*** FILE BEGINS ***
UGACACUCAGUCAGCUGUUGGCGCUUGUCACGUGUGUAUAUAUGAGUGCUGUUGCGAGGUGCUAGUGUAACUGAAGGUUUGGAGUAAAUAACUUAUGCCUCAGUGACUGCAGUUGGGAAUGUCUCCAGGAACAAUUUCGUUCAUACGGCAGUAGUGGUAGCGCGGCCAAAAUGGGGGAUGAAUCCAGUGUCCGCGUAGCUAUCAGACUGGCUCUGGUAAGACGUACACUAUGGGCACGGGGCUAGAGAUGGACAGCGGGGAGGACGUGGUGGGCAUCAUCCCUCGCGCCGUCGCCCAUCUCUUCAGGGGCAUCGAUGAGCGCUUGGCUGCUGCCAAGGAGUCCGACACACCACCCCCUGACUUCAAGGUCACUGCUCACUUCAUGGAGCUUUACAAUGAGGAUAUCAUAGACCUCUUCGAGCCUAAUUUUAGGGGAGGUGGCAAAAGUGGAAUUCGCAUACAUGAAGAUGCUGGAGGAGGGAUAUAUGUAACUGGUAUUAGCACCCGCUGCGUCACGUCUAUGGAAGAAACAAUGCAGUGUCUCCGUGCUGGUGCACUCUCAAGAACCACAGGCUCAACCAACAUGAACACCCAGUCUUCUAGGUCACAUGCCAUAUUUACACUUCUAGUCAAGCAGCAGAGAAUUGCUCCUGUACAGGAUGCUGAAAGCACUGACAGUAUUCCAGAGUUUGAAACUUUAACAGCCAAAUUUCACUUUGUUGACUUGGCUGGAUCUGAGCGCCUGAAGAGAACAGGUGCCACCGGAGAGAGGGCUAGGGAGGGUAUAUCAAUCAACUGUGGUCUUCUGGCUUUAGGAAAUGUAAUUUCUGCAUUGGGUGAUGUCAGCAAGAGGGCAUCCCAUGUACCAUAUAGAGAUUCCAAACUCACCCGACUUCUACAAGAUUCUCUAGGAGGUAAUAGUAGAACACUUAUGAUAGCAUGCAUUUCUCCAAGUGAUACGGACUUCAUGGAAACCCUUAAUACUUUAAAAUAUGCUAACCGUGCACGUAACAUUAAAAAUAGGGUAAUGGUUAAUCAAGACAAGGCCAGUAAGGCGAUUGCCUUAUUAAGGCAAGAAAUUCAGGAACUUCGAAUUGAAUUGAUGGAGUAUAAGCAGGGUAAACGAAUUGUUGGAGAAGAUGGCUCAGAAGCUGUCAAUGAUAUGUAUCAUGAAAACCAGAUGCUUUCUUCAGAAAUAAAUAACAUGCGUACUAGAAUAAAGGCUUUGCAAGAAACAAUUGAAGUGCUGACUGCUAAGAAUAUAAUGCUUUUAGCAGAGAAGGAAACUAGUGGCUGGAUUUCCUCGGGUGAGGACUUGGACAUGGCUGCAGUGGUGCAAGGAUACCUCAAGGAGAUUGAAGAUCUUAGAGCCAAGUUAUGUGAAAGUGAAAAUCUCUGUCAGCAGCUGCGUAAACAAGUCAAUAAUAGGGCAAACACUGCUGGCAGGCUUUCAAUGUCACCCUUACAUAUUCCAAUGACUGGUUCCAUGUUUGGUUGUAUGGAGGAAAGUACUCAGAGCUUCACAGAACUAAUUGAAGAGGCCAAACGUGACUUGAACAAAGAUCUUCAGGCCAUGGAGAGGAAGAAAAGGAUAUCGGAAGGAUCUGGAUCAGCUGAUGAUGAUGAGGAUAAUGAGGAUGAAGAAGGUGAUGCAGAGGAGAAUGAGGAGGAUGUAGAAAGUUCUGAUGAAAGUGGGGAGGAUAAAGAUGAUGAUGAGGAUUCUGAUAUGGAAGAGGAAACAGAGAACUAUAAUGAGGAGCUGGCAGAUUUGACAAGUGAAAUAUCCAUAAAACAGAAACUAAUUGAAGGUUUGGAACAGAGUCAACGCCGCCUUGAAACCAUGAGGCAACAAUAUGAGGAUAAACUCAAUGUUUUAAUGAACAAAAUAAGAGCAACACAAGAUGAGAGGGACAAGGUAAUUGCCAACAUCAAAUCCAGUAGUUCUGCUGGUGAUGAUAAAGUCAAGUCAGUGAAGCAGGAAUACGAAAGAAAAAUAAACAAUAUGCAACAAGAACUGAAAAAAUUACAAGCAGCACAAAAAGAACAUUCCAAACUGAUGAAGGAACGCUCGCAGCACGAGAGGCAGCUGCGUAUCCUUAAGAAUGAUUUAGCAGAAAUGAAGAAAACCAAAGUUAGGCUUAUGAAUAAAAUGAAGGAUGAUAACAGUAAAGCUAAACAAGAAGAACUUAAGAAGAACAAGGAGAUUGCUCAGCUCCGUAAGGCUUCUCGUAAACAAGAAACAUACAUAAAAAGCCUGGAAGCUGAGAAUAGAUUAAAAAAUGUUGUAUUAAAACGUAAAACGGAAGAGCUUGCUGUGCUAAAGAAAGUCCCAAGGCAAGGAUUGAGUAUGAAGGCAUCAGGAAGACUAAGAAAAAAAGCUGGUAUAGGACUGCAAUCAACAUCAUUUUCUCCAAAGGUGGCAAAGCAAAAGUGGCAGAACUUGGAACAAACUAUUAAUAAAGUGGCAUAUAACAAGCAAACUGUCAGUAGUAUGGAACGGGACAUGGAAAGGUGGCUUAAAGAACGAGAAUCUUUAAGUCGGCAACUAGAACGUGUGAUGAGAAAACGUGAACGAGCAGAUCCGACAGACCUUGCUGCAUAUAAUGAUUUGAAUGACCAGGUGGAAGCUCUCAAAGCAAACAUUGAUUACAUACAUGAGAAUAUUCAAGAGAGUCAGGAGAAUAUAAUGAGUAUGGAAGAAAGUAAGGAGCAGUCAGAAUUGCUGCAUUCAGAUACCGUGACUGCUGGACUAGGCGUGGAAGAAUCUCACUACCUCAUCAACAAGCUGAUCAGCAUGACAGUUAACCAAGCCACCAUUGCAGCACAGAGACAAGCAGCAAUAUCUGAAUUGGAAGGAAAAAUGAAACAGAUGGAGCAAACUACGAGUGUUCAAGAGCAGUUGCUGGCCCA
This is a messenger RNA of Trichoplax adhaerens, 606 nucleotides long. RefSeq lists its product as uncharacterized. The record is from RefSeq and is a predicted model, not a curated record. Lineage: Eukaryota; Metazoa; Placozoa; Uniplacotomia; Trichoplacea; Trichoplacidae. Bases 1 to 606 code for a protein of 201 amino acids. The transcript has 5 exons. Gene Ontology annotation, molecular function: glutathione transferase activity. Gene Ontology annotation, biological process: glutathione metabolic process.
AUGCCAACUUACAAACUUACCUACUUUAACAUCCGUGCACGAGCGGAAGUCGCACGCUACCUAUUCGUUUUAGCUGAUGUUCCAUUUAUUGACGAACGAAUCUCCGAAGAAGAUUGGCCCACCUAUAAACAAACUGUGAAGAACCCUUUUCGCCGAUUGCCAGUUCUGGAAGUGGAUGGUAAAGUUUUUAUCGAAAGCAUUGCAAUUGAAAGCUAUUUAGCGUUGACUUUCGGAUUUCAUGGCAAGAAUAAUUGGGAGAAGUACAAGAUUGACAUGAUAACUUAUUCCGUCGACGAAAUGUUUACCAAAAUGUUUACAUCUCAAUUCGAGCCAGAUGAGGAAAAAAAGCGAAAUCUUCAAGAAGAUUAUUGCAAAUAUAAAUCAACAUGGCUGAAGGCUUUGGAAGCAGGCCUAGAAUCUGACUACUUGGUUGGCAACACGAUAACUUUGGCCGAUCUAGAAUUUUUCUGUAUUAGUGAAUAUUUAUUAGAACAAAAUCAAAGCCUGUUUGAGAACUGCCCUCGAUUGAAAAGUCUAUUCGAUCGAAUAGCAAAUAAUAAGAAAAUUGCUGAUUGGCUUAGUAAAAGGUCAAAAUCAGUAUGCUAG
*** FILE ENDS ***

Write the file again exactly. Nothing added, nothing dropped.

UGACACUCAGUCAGCUGUUGGCGCUUGUCACGUGUGUAUAUAUGAGUGCUGUUGCGAGGUGCUAGUGUAACUGAAGGUUUGGAGUAAAUAACUUAUGCCUCAGUGACUGCAGUUGGGAAUGUCUCCAGGAACAAUUUCGUUCAUACGGCAGUAGUGGUAGCGCGGCCAAAAUGGGGGAUGAAUCCAGUGUCCGCGUAGCUAUCAGACUGGCUCUGGUAAGACGUACACUAUGGGCACGGGGCUAGAGAUGGACAGCGGGGAGGACGUGGUGGGCAUCAUCCCUCGCGCCGUCGCCCAUCUCUUCAGGGGCAUCGAUGAGCGCUUGGCUGCUGCCAAGGAGUCCGACACACCACCCCCUGACUUCAAGGUCACUGCUCACUUCAUGGAGCUUUACAAUGAGGAUAUCAUAGACCUCUUCGAGCCUAAUUUUAGGGGAGGUGGCAAAAGUGGAAUUCGCAUACAUGAAGAUGCUGGAGGAGGGAUAUAUGUAACUGGUAUUAGCACCCGCUGCGUCACGUCUAUGGAAGAAACAAUGCAGUGUCUCCGUGCUGGUGCACUCUCAAGAACCACAGGCUCAACCAACAUGAACACCCAGUCUUCUAGGUCACAUGCCAUAUUUACACUUCUAGUCAAGCAGCAGAGAAUUGCUCCUGUACAGGAUGCUGAAAGCACUGACAGUAUUCCAGAGUUUGAAACUUUAACAGCCAAAUUUCACUUUGUUGACUUGGCUGGAUCUGAGCGCCUGAAGAGAACAGGUGCCACCGGAGAGAGGGCUAGGGAGGGUAUAUCAAUCAACUGUGGUCUUCUGGCUUUAGGAAAUGUAAUUUCUGCAUUGGGUGAUGUCAGCAAGAGGGCAUCCCAUGUACCAUAUAGAGAUUCCAAACUCACCCGACUUCUACAAGAUUCUCUAGGAGGUAAUAGUAGAACACUUAUGAUAGCAUGCAUUUCUCCAAGUGAUACGGACUUCAUGGAAACCCUUAAUACUUUAAAAUAUGCUAACCGUGCACGUAACAUUAAAAAUAGGGUAAUGGUUAAUCAAGACAAGGCCAGUAAGGCGAUUGCCUUAUUAAGGCAAGAAAUUCAGGAACUUCGAAUUGAAUUGAUGGAGUAUAAGCAGGGUAAACGAAUUGUUGGAGAAGAUGGCUCAGAAGCUGUCAAUGAUAUGUAUCAUGAAAACCAGAUGCUUUCUUCAGAAAUAAAUAACAUGCGUACUAGAAUAAAGGCUUUGCAAGAAACAAUUGAAGUGCUGACUGCUAAGAAUAUAAUGCUUUUAGCAGAGAAGGAAACUAGUGGCUGGAUUUCCUCGGGUGAGGACUUGGACAUGGCUGCAGUGGUGCAAGGAUACCUCAAGGAGAUUGAAGAUCUUAGAGCCAAGUUAUGUGAAAGUGAAAAUCUCUGUCAGCAGCUGCGUAAACAAGUCAAUAAUAGGGCAAACACUGCUGGCAGGCUUUCAAUGUCACCCUUACAUAUUCCAAUGACUGGUUCCAUGUUUGGUUGUAUGGAGGAAAGUACUCAGAGCUUCACAGAACUAAUUGAAGAGGCCAAACGUGACUUGAACAAAGAUCUUCAGGCCAUGGAGAGGAAGAAAAGGAUAUCGGAAGGAUCUGGAUCAGCUGAUGAUGAUGAGGAUAAUGAGGAUGAAGAAGGUGAUGCAGAGGAGAAUGAGGAGGAUGUAGAAAGUUCUGAUGAAAGUGGGGAGGAUAAAGAUGAUGAUGAGGAUUCUGAUAUGGAAGAGGAAACAGAGAACUAUAAUGAGGAGCUGGCAGAUUUGACAAGUGAAAUAUCCAUAAAACAGAAACUAAUUGAAGGUUUGGAACAGAGUCAACGCCGCCUUGAAACCAUGAGGCAACAAUAUGAGGAUAAACUCAAUGUUUUAAUGAACAAAAUAAGAGCAACACAAGAUGAGAGGGACAAGGUAAUUGCCAACAUCAAAUCCAGUAGUUCUGCUGGUGAUGAUAAAGUCAAGUCAGUGAAGCAGGAAUACGAAAGAAAAAUAAACAAUAUGCAACAAGAACUGAAAAAAUUACAAGCAGCACAAAAAGAACAUUCCAAACUGAUGAAGGAACGCUCGCAGCACGAGAGGCAGCUGCGUAUCCUUAAGAAUGAUUUAGCAGAAAUGAAGAAAACCAAAGUUAGGCUUAUGAAUAAAAUGAAGGAUGAUAACAGUAAAGCUAAACAAGAAGAACUUAAGAAGAACAAGGAGAUUGCUCAGCUCCGUAAGGCUUCUCGUAAACAAGAAACAUACAUAAAAAGCCUGGAAGCUGAGAAUAGAUUAAAAAAUGUUGUAUUAAAACGUAAAACGGAAGAGCUUGCUGUGCUAAAGAAAGUCCCAAGGCAAGGAUUGAGUAUGAAGGCAUCAGGAAGACUAAGAAAAAAAGCUGGUAUAGGACUGCAAUCAACAUCAUUUUCUCCAAAGGUGGCAAAGCAAAAGUGGCAGAACUUGGAACAAACUAUUAAUAAAGUGGCAUAUAACAAGCAAACUGUCAGUAGUAUGGAACGGGACAUGGAAAGGUGGCUUAAAGAACGAGAAUCUUUAAGUCGGCAACUAGAACGUGUGAUGAGAAAACGUGAACGAGCAGAUCCGACAGACCUUGCUGCAUAUAAUGAUUUGAAUGACCAGGUGGAAGCUCUCAAAGCAAACAUUGAUUACAUACAUGAGAAUAUUCAAGAGAGUCAGGAGAAUAUAAUGAGUAUGGAAGAAAGUAAGGAGCAGUCAGAAUUGCUGCAUUCAGAUACCGUGACUGCUGGACUAGGCGUGGAAGAAUCUCACUACCUCAUCAACAAGCUGAUCAGCAUGACAGUUAACCAAGCCACCAUUGCAGCACAGAGACAAGCAGCAAUAUCUGAAUUGGAAGGAAAAAUGAAACAGAUGGAGCAAACUACGAGUGUUCAAGAGCAGUUGCUGGCCCA
This is a messenger RNA of Trichoplax adhaerens, 606 nucleotides long. RefSeq lists its product as uncharacterized. The record is from RefSeq and is a predicted model, not a curated record. Lineage: Eukaryota; Metazoa; Placozoa; Uniplacotomia; Trichoplacea; Trichoplacidae. Bases 1 to 606 code for a protein of 201 amino acids. The transcript has 5 exons. Gene Ontology annotation, molecular function: glutathione transferase activity. Gene Ontology annotation, biological process: glutathione metabolic process.
AUGCCAACUUACAAACUUACCUACUUUAACAUCCGUGCACGAGCGGAAGUCGCACGCUACCUAUUCGUUUUAGCUGAUGUUCCAUUUAUUGACGAACGAAUCUCCGAAGAAGAUUGGCCCACCUAUAAACAAACUGUGAAGAACCCUUUUCGCCGAUUGCCAGUUCUGGAAGUGGAUGGUAAAGUUUUUAUCGAAAGCAUUGCAAUUGAAAGCUAUUUAGCGUUGACUUUCGGAUUUCAUGGCAAGAAUAAUUGGGAGAAGUACAAGAUUGACAUGAUAACUUAUUCCGUCGACGAAAUGUUUACCAAAAUGUUUACAUCUCAAUUCGAGCCAGAUGAGGAAAAAAAGCGAAAUCUUCAAGAAGAUUAUUGCAAAUAUAAAUCAACAUGGCUGAAGGCUUUGGAAGCAGGCCUAGAAUCUGACUACUUGGUUGGCAACACGAUAACUUUGGCCGAUCUAGAAUUUUUCUGUAUUAGUGAAUAUUUAUUAGAACAAAAUCAAAGCCUGUUUGAGAACUGCCCUCGAUUGAAAAGUCUAUUCGAUCGAAUAGCAAAUAAUAAGAAAAUUGCUGAUUGGCUUAGUAAAAGGUCAAAAUCAGUAUGCUAG